Are These the Winds Before the Hurricane?

re: “Consumer debt rose to record level in the June quarter…”

I was inspired to write a little blog entry after reading this article, from :

Consumer debt rose to record levels in the June quarter as defaults on commercial leases increased in spite of improving economic conditions, debt agency data reveals.

Consumer debt rose to record levels in the June quarter as defaults on commercial leases increased in spite of improving economic conditions, debt agency data reveals.

Credit reporting and debt collection agency Dun and Bradstreet (D&B) says the latest average value of referred debts, which edged above the $1,000 mark in June, is now at its highest level since 2006.

The figures have sparked concern that Australia may need to brace itself for a wave of personal bankruptcies, with D&B saying referred debts are traditionally the first sign an individual is facing financial trouble.

“Therefore, it’s expected that more extensive financial difficulties, such as bankruptcies, could result later this year and into 2011,” D&B said in a statement.

D&B chief executive Christine Christian said the latest data indicated that the value of “debts referred” had risen to the highest level in four and a half years.

“This type of negative credit event is traditionally the first sign an individual is facing financial trouble and it often leads to a bigger debt spiral,” she said.

“Improving local economic conditions are doing little to stem the tide of consumers facing financial difficulties and further pain could be on the horizon.”

Referred debts are defaults which have been passed onto a debt collection agency.

Data released by D&B reveals that the average time between a first and second default is just 10 months, with research showing a likelihood that consumers with accounts in default, or 60 days past their due date, would face “further credit struggles”.

A rising trend in bankruptcy activity has occurred since 2004-05, with 2009-10 financial year figures up by 50 per cent on 2008-09, the data shows.

Utility debts are up 50 per cent, while telecommunications debts are up 41 per cent in dollar value over the past two years.

The D&B research also found that the average value of debt was higher for men than for women and that people from the Northern Territory, NSW and Queensland had the highest amount of average debt.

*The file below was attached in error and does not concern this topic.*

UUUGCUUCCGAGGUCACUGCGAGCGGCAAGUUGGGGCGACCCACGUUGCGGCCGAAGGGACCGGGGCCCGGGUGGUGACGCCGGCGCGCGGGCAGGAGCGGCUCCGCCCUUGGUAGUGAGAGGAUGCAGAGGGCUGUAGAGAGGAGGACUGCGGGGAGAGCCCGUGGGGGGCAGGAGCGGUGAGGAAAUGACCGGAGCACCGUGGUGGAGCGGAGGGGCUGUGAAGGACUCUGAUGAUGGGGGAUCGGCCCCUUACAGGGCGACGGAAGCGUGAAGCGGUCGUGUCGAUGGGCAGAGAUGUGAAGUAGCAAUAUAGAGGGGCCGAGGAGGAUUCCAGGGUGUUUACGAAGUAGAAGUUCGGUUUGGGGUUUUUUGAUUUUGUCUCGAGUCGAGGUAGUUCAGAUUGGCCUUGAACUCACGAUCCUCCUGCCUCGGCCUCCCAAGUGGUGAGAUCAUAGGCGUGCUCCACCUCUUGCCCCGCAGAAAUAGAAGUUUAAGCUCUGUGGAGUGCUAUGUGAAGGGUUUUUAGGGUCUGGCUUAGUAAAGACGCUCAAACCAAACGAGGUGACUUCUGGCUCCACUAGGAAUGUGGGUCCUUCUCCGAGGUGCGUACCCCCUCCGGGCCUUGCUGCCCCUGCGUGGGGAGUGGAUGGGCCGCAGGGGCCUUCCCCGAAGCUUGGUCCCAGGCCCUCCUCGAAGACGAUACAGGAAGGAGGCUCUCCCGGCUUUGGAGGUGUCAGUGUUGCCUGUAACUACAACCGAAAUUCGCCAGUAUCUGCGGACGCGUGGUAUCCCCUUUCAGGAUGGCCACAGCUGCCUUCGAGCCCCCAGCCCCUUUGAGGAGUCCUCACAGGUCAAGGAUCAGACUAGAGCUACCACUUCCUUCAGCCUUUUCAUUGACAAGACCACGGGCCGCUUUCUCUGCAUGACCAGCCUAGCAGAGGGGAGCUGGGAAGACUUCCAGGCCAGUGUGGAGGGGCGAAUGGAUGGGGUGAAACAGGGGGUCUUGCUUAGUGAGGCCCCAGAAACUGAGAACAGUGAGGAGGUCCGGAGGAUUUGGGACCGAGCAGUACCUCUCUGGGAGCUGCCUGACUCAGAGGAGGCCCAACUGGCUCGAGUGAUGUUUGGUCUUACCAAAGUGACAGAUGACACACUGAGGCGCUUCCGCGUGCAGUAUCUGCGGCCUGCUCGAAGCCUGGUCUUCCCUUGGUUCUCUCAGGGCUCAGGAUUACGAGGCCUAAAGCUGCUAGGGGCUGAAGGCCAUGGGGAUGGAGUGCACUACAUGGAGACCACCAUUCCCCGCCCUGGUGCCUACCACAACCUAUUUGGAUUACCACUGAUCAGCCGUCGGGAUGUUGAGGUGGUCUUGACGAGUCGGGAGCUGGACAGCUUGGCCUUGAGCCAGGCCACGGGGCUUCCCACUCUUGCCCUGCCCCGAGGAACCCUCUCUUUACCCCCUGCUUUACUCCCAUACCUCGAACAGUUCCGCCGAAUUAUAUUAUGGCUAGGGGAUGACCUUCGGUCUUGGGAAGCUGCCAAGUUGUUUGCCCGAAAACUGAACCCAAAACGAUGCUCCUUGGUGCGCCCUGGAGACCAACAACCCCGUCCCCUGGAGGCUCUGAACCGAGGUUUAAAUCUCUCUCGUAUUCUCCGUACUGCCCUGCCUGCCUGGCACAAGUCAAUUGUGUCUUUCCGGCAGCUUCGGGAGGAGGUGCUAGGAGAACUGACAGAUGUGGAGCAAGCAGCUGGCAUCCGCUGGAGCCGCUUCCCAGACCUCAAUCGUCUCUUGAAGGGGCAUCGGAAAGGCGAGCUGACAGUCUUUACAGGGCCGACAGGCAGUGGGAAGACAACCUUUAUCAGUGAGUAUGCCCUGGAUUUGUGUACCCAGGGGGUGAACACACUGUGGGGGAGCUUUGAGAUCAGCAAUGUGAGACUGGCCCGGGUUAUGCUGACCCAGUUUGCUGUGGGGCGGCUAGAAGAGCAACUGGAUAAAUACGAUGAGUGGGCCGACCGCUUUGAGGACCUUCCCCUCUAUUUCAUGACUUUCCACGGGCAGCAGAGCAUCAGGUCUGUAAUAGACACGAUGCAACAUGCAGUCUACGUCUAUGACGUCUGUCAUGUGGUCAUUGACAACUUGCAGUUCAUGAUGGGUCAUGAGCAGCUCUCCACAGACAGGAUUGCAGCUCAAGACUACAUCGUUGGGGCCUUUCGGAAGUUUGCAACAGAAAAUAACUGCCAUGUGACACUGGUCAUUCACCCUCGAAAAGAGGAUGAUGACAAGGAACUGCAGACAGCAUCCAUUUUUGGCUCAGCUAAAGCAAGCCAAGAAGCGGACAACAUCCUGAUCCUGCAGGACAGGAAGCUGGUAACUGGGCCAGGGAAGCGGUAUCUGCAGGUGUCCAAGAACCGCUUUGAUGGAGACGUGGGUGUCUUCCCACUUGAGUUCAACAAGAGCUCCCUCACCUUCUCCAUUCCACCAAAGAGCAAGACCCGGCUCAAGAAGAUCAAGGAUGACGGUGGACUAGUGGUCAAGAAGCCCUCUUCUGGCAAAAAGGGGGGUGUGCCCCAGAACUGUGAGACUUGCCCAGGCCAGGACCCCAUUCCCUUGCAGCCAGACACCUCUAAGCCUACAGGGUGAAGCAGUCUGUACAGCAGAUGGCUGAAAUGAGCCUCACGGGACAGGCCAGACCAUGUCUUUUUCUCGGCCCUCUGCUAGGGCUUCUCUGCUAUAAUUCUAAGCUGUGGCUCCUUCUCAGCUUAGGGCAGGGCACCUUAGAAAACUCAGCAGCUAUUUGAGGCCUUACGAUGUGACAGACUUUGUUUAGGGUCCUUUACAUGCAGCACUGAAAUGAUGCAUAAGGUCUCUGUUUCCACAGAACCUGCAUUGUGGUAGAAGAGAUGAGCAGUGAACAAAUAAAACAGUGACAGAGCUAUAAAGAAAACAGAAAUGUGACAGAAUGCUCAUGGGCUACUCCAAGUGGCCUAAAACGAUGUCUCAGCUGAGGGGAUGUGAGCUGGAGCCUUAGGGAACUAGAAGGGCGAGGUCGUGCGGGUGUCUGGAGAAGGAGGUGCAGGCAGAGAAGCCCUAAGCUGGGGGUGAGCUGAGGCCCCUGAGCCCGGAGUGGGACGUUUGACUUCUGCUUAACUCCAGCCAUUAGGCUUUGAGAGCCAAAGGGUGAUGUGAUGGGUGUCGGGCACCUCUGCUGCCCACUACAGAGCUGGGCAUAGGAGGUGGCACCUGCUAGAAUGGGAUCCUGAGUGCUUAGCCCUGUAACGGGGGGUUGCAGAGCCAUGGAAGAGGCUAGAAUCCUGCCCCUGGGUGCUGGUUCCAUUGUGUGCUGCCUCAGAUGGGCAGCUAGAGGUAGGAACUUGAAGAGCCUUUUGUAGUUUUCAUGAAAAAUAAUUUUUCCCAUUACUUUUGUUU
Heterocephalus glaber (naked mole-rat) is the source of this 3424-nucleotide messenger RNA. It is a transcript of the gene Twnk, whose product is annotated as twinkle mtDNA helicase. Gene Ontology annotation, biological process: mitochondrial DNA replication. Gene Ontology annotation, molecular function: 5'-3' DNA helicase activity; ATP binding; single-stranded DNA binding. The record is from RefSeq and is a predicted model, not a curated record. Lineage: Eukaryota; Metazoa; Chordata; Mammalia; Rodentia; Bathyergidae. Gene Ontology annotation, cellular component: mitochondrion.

Ms Christian warned that people would face problems accessing credit for up to five years after defaulting on bills.

Meanwhile, debt recovery agency Prushka has noted a “significant increase” in defaults on commercial leases over the past six months as the benefits of federal government stimulus measures faded.

Weakening retail conditions are contributing to tenants of factories and shops defaulting on their leases and slow action by managing agents has seen default claims blow out, the agency said.

“The trend was probably caused by a delayed reaction to the global financial crisis in which the impact had been largely shielded by the stimulus measures, helping weaker businesses stay in business for longer,” Prushka chief executive Roger Mendelson said.

He said most managing agents were not qualified or experienced enough to handle defaults and it was up to landlords to take a more active role in property management by quickly identifying claim defaults.

“The longer the default continues, the larger will be the amount outstanding and the harder it will be to collect,” Mr Mendelson said.

He said landlords need to be “pre-emptive” and avoid letting premises to tenants who had a high risk of going into default.

Somewhat unfortunately, this is what I have been expecting prior to a major housing collapse – it may be simplistic, but don’t people in Australia prefer to go delinquent (ie. miss) payments of smaller bills and debts, rather than the mortage?

In general, I believe this is true; hence, this sort of news is worrying: the winds of the smaller bills and debts going problematic before the hurricane of mortage delinquencies and, eventually, defaults and foreclosures?

Pessimistic? Yeah, sorry. But with the highest private debt in the world (most of which is mortgage debt), on the “other side” of the largest economic (resource) boom in Australia’s history, and with much of the rest of the world either suffering or still hooked on “life-support” (stimulus), we are NOT well placed, i’m afraid…

I personally expect these “smaller” types of bills to increasingly go “bad” in the short to medium term; housing mortage finance will continue to plateau and drop off, and, in the medium term, house prices will begin to decline at rates in excess of what they already are in some parts of the country.

Sorry, not a pretty scenario – but this is debt-deflation: sobering up after a big, long party of debt-splurging.

Until next time,




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